Please update your browser

You're using a version of Internet Explorer that isn't supported by Questia.
To get a better experience, go to one of these sites and get the latest
version of your preferred browser:

The Evolution of Educational Theory in the United States

By Dickson A. Mungazi | Go to book overview

Introduction

THE PURPOSE OF THIS STUDY

The action that President George Bush of the United States and President Mikhail Gorbachev of the Soviet Union took in Moscow on July 31, 1991, in signing the nuclear arms reduction treaty ushered in a new era of relationships between the two superpowers and members of the international community. The signing ceremonies would not have taken place if the signatories were uninformed about the issues that had brought them to the negotiating table over the past decade or if they were not convinced of the intent of the treaty itself. This means that the two leaders and the two nations they represented had previously gone through the process of evolution to arrive at the conclusion that it was in the best interest of both countries to sign the treaty. Whatever reasons they used to arrive at that conclusion, the process demanded observation of theory. The purpose of this study is to discuss the evolution of the theory of education in the United States from the beginning of the colonial period to the present.

Because the signing of this treaty was so critical to the security of the world as a whole, it is important to discuss briefly some theoretical reasons and arguments that led to it. This will help put the evolution of theory in its proper broader context. In 1982 a national debate was initiated in the U.S. Congress about the real danger of a nuclear war between the United States and the Soviet Union. Senator Edward Kennedy ( D., Mass.) and Senator Mark Hatfield ( R., Ore.) introduced a resolution in the U.S. Senate calling for a freeze by both the Soviet Union and the United States in the experimentation, production, and deployment of nuclear weapons. Kennedy and Hatfield were joined by 22 other senators and 150 members of the House of

-1-

Notes for this page

Add a new note
If you are trying to select text to create highlights or citations, remember that you must now click or tap on the first word, and then click or tap on the last word.
One moment ...
Project items

Items saved from this book

This book has been saved
Highlights (0)
Some of your highlights are legacy items.

Highlights saved before July 30, 2012 will not be displayed on their respective source pages.

You can easily re-create the highlights by opening the book page or article, selecting the text, and clicking “Highlight.”

Citations (0)
Some of your citations are legacy items.

Any citation created before July 30, 2012 will labeled as a “Cited page.” New citations will be saved as cited passages, pages or articles.

We also added the ability to view new citations from your projects or the book or article where you created them.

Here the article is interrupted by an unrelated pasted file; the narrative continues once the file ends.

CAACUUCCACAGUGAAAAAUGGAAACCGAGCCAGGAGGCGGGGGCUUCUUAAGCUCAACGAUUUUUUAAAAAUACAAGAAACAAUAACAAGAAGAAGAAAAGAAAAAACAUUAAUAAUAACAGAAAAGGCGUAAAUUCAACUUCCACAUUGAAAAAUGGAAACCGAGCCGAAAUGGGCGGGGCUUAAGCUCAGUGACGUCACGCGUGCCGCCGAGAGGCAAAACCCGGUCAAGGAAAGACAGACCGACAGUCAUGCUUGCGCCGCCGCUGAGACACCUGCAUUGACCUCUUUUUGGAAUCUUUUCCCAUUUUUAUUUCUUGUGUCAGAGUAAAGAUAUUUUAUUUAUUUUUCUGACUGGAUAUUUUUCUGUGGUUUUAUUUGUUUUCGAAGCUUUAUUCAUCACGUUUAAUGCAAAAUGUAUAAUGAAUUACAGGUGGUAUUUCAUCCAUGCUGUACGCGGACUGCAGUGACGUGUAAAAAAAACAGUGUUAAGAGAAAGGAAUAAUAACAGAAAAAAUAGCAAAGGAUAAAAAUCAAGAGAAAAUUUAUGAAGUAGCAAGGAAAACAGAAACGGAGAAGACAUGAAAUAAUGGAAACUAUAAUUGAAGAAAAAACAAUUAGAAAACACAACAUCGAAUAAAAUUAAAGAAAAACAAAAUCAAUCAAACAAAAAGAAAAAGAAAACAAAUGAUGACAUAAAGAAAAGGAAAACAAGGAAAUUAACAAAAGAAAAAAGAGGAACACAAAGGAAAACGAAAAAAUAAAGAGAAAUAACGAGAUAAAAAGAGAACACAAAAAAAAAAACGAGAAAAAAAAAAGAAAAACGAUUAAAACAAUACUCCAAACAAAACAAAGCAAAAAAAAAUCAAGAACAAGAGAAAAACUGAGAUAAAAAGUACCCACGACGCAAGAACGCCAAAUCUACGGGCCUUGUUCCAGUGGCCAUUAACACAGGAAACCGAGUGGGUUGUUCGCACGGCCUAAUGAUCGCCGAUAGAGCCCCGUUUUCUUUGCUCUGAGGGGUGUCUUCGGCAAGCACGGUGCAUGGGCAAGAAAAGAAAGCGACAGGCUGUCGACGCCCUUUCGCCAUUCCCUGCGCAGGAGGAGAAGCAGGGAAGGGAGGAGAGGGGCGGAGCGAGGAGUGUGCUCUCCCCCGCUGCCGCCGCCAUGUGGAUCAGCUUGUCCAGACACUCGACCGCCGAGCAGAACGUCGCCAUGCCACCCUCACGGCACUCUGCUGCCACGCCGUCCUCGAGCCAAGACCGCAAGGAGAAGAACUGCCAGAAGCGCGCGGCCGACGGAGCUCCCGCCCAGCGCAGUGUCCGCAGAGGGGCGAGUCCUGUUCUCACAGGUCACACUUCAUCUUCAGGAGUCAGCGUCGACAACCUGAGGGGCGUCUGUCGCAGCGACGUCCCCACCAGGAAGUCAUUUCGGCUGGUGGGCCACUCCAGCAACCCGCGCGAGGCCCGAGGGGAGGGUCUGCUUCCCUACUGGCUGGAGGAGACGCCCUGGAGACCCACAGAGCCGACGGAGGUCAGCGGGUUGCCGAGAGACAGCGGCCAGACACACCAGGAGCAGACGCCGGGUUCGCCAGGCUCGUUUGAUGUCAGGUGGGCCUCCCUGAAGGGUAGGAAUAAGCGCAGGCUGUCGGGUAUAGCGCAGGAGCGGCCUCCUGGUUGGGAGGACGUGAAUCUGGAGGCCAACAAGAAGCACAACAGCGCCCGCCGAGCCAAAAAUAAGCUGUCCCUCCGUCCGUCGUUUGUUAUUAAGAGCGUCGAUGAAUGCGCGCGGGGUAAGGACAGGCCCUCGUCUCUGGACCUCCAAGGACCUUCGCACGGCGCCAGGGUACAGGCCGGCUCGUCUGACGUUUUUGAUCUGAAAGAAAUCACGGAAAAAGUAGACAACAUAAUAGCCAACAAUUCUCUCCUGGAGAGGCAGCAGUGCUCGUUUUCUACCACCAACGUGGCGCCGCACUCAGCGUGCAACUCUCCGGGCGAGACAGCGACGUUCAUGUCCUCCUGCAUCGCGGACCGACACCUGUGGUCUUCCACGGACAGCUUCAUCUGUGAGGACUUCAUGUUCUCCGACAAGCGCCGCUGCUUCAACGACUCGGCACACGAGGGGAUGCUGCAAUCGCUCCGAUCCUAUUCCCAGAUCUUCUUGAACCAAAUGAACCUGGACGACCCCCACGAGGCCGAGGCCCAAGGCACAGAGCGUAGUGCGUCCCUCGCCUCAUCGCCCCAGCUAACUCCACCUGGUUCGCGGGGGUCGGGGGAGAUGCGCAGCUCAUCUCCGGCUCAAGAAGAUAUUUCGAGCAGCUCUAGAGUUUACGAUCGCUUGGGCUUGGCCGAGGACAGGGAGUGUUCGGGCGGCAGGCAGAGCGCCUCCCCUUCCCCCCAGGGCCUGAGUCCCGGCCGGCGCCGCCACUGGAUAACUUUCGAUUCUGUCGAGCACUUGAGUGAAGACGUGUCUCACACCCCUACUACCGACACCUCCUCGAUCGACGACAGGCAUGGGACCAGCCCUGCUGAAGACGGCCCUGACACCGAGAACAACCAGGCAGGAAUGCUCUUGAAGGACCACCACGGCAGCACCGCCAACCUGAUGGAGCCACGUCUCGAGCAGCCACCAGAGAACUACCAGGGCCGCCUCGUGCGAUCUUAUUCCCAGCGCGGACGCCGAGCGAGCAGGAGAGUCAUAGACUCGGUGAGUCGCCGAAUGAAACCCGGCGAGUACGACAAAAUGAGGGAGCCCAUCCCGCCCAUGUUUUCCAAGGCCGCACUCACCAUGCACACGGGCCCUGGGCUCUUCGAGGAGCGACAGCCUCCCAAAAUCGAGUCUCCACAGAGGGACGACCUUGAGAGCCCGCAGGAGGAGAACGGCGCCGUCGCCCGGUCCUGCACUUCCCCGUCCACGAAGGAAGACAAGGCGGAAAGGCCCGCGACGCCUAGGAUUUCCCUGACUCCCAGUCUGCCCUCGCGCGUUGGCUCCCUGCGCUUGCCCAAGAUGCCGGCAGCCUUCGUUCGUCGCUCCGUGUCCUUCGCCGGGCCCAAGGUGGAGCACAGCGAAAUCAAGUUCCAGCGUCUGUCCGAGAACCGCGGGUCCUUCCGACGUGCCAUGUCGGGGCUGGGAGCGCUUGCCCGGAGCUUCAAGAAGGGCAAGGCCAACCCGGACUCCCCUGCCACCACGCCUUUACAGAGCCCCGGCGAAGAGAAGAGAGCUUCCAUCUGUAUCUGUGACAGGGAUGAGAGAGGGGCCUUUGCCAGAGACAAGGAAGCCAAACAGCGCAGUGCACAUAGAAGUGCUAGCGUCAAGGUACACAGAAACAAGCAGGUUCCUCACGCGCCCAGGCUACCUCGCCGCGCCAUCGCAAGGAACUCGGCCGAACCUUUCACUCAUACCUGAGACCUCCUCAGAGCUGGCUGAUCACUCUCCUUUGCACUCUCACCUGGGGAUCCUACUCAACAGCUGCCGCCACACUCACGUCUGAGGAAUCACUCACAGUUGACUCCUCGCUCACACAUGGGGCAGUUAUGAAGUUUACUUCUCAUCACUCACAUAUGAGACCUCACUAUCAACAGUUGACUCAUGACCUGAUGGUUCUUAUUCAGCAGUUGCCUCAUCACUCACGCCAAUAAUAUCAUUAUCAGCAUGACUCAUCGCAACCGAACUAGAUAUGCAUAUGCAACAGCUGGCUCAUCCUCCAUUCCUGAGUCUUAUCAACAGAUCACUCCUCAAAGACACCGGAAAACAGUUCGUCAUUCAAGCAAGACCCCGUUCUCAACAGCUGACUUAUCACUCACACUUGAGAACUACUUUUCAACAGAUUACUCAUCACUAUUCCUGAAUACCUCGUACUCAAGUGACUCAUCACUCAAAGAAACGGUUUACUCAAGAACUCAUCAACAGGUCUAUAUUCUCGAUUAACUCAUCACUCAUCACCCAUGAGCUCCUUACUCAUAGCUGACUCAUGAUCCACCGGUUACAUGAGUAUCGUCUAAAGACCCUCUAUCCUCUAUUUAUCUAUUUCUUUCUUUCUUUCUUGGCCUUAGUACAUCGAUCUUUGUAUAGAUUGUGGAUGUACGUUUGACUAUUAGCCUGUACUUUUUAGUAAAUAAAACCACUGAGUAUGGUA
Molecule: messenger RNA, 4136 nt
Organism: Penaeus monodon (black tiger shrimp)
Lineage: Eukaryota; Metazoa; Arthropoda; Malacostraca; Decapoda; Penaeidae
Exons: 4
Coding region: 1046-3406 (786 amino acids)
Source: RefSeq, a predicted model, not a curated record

Notes (0)
Bookmarks (0)

You have no saved items from this book

Project items include:
  • Saved book/article
  • Highlights
  • Quotes/citations
  • Notes
  • Bookmarks
Notes
Cite this page

Cited page

Style
Citations are available only to our active members.
Sign up now to cite pages or passages in MLA, APA and Chicago citation styles.

(Einhorn, 1992, p. 25)

(Einhorn 25)

1

1. Lois J. Einhorn, Abraham Lincoln, the Orator: Penetrating the Lincoln Legend (Westport, CT: Greenwood Press, 1992), 25, http://www.questia.com/read/27419298.

Cited page

Bookmark this page
The Evolution of Educational Theory in the United States
Settings

Settings

Typeface
Text size Smaller Larger
Search within

Search within this book

Look up

Look up a word

  • Dictionary
  • Thesaurus
Please submit a word or phrase above.
Print this page

Print this page

Why can't I print more than one page at a time?

Full screen
/ 254

matching results for page

Cited passage

Style
Citations are available only to our active members.
Sign up now to cite pages or passages in MLA, APA and Chicago citation styles.

"Portraying himself as an honest, ordinary person helped Lincoln identify with his audiences." (Einhorn, 1992, p. 25).

"Portraying himself as an honest, ordinary person helped Lincoln identify with his audiences." (Einhorn 25)

"Portraying himself as an honest, ordinary person helped Lincoln identify with his audiences."1

1. Lois J. Einhorn, Abraham Lincoln, the Orator: Penetrating the Lincoln Legend (Westport, CT: Greenwood Press, 1992), 25, http://www.questia.com/read/27419298.

Cited passage

Welcome to the new Questia Reader

The Questia Reader has been updated to provide you with an even better online reading experience.  It is now 100% Responsive, which means you can read our books and articles on any sized device you wish.  All of your favorite tools like notes, highlights, and citations are still here, but the way you select text has been updated to be easier to use, especially on touchscreen devices.  Here's how:

1. Click or tap the first word you want to select.
2. Click or tap the last word you want to select.

OK, got it!

Thanks for trying Questia!

Please continue trying out our research tools, but please note, full functionality is available only to our active members.

Your work will be lost once you leave this Web page.

For full access in an ad-free environment, sign up now for a FREE, 1-day trial.

Already a member? Log in now.